In an insulated house while a haze of media whirls about my sense-organs, I sit to write this review about an album about the wilderness. The television is on in another room. PDFs of Schoopenhauer’s The World as Will and Representation and Hölderlin’s Hymns sit in the system tray next to a comic book reader; of the 15 tabs open on my browser, three are Google Translate tabs of Kuba Ziolek’s writings, and one is open to his Facebook page, where his manifesto appears. I basically understand what he means in spite of the poor translation and the manifesto’s facile interactions with Being and Time and the Kabbalah, but I find it strange to be thinking it where I am. On my second monitor (which I found thrown away on the street), a wallpaper of a lush, mossy pine forest tries to invite me down a single-point perspective path. I can’t go. It’s just a picture, a picture of a sense-representation of a forest, which is an amalgam of billions of organisms and who knows how many bits of organic material that all happened to arise together in a certain region of the map. I’m not even sure where this forest is. For all I know, it’s not some gorgeous, Tarkovskian Zone long beyond the edge of civilization, but the undeveloped edge of an industrial park; and at the end of that vanishing point, I would reach a parking lot and not a sublime river that flows with all the force of time itself.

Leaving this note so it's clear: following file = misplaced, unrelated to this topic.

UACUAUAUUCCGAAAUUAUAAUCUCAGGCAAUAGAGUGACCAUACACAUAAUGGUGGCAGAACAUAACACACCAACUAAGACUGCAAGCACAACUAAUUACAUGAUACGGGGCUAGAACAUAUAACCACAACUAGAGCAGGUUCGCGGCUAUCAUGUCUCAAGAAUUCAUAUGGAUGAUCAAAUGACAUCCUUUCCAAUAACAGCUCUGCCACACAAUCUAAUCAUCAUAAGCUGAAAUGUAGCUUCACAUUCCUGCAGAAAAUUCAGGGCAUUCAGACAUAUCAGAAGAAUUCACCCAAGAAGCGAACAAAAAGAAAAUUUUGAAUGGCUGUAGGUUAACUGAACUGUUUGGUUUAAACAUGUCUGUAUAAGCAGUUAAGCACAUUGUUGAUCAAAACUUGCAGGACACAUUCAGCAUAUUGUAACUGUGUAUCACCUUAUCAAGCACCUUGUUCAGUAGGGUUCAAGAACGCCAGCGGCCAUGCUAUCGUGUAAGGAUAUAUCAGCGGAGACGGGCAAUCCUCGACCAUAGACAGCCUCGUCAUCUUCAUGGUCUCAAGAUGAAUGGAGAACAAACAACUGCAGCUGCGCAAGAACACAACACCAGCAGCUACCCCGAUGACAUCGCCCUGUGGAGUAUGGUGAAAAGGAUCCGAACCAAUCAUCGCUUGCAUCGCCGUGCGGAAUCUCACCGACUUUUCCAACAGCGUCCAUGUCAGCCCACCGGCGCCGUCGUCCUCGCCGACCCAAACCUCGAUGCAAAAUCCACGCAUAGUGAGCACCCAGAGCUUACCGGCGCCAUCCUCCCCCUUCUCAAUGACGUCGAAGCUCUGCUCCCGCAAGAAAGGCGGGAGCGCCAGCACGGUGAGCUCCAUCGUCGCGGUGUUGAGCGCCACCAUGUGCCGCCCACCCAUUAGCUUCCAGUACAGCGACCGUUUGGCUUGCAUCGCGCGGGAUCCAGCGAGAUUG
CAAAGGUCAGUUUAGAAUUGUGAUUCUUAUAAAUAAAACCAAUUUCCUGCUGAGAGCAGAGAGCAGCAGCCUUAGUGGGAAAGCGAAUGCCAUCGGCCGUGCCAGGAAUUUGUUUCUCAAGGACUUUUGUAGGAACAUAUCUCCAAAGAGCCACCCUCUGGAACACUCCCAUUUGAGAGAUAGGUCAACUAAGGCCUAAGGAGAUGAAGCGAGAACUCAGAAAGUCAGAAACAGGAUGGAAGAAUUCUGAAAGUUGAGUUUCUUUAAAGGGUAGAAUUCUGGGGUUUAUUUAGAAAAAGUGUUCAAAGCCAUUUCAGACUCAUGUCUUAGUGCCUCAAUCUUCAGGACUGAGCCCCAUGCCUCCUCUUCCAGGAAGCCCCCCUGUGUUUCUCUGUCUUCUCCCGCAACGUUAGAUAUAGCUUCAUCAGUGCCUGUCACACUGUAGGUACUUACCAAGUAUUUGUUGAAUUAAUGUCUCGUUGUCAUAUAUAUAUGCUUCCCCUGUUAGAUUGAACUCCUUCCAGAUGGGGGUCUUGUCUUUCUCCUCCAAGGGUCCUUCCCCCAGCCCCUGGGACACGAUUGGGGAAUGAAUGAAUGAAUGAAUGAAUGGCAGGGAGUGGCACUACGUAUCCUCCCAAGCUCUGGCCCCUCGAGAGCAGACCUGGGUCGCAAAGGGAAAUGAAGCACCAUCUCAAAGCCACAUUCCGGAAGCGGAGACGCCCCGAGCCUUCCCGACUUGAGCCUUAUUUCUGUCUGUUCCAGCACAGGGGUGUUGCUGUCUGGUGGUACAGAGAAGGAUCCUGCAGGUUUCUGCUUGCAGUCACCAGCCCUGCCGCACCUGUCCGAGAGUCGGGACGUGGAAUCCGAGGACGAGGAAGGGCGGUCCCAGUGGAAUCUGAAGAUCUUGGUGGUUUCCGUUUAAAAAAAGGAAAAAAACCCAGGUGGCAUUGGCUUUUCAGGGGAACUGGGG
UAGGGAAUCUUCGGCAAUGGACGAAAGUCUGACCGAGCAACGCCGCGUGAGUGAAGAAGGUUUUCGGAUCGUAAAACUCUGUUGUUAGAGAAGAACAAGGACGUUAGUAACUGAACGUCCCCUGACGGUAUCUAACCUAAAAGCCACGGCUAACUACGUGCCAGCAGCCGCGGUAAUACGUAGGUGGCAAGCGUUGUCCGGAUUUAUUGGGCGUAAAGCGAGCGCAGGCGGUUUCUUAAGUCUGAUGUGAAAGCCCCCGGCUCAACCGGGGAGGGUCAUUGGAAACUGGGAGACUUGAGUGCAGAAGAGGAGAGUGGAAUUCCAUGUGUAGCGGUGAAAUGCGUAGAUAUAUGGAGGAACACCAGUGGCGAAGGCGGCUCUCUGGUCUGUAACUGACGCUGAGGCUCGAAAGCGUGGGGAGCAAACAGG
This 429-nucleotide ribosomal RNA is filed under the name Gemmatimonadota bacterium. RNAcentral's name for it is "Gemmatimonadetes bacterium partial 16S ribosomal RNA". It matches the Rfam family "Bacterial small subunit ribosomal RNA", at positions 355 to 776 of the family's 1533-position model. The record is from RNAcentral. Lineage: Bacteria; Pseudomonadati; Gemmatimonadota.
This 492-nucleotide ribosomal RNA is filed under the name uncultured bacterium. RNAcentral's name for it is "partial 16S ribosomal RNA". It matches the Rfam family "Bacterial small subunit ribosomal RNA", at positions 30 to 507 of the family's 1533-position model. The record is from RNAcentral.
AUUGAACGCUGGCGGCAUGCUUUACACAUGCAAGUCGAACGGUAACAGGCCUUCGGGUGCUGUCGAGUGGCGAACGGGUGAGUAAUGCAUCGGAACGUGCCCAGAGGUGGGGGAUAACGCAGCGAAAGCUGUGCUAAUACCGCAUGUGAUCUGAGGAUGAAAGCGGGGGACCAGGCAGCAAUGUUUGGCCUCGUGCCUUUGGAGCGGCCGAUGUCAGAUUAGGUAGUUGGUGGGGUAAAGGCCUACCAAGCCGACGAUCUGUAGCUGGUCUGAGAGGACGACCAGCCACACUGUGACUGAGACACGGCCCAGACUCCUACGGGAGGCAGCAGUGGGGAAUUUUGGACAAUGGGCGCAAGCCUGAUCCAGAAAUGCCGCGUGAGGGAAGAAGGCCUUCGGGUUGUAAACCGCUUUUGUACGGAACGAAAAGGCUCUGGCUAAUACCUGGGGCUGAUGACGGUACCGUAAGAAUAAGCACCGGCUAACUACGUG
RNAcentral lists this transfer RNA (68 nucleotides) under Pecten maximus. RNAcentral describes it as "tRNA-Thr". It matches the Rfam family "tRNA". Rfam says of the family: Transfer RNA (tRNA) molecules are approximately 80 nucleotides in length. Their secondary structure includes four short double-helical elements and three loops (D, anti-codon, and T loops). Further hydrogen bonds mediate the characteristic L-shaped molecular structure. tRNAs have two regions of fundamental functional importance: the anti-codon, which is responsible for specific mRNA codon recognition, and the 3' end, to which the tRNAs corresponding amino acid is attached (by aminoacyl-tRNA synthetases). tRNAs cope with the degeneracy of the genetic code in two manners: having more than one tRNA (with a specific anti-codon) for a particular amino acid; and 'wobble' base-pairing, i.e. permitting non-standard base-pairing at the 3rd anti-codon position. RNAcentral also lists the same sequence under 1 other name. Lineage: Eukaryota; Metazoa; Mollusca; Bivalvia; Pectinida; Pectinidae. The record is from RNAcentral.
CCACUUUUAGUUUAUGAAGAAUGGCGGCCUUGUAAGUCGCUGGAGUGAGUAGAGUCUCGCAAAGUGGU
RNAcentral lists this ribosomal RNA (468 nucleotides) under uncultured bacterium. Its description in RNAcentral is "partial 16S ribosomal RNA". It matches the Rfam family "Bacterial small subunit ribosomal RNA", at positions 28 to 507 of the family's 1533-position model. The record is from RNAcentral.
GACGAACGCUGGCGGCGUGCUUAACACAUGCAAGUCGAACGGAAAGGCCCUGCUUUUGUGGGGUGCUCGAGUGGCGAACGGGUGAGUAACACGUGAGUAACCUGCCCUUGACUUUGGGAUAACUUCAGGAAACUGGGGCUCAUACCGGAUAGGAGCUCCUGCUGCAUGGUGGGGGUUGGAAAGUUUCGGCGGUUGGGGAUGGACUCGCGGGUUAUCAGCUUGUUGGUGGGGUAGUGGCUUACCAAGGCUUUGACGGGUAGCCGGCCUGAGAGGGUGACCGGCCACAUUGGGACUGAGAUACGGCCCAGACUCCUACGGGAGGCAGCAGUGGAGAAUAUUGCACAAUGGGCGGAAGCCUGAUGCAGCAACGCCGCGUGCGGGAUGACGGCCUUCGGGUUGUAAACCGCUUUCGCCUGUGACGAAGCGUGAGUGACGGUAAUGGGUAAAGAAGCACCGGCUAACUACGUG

But I did go outside, and with headphones on, I could almost forget that the woods I walked within were not the Polish wilderness but a small parcel on the edge of a sports complex (complete with screaming children); the woods just barely slipped out of the noose of development because too many mountain bikers complained (there are no mountains in the area). Was this copse a holy site, too? Could the music that filled my ears, a masterful blend of German kosmische, noise, and psychedelic folk (with tinges of black metal), render the matter that surrounded me in a new light, transforming my walk into a glimpse of the sacred? Truthfully, it can, though that process has little to do with the words that surround the work and much more to do with the way in which Zamknęły się oczy ziemi blurs the boundaries between the many cosmoses we as humans inhabit. In order to reveal the artificiality of the boundaries between these spaces, Ziolek leads the microcosmic human to enter into and realize the macrocosmic space, along paths of tradition, continuity, and repetition. Finally, these intersecting paths pour the song into representations of chaos itself, inviting the listener to follow. I stepped forward, I reached out, I touched the earth; and the whole threat of the world’s violence against this clod of turf seemed to surround me. But I could only sense the magic through the membrane of my thrownness: my struggle to sense the sacred seemed to echo the forest’s resistance to its parceling into an order of potential timber and untapped space, ready for use. My experience of that forest did not rise to exalted peaks of splendor; it invested me in what that place really is: a system of material and life struggling to process sunlight in the midst of its status as a natural resource, ripe for its destruction.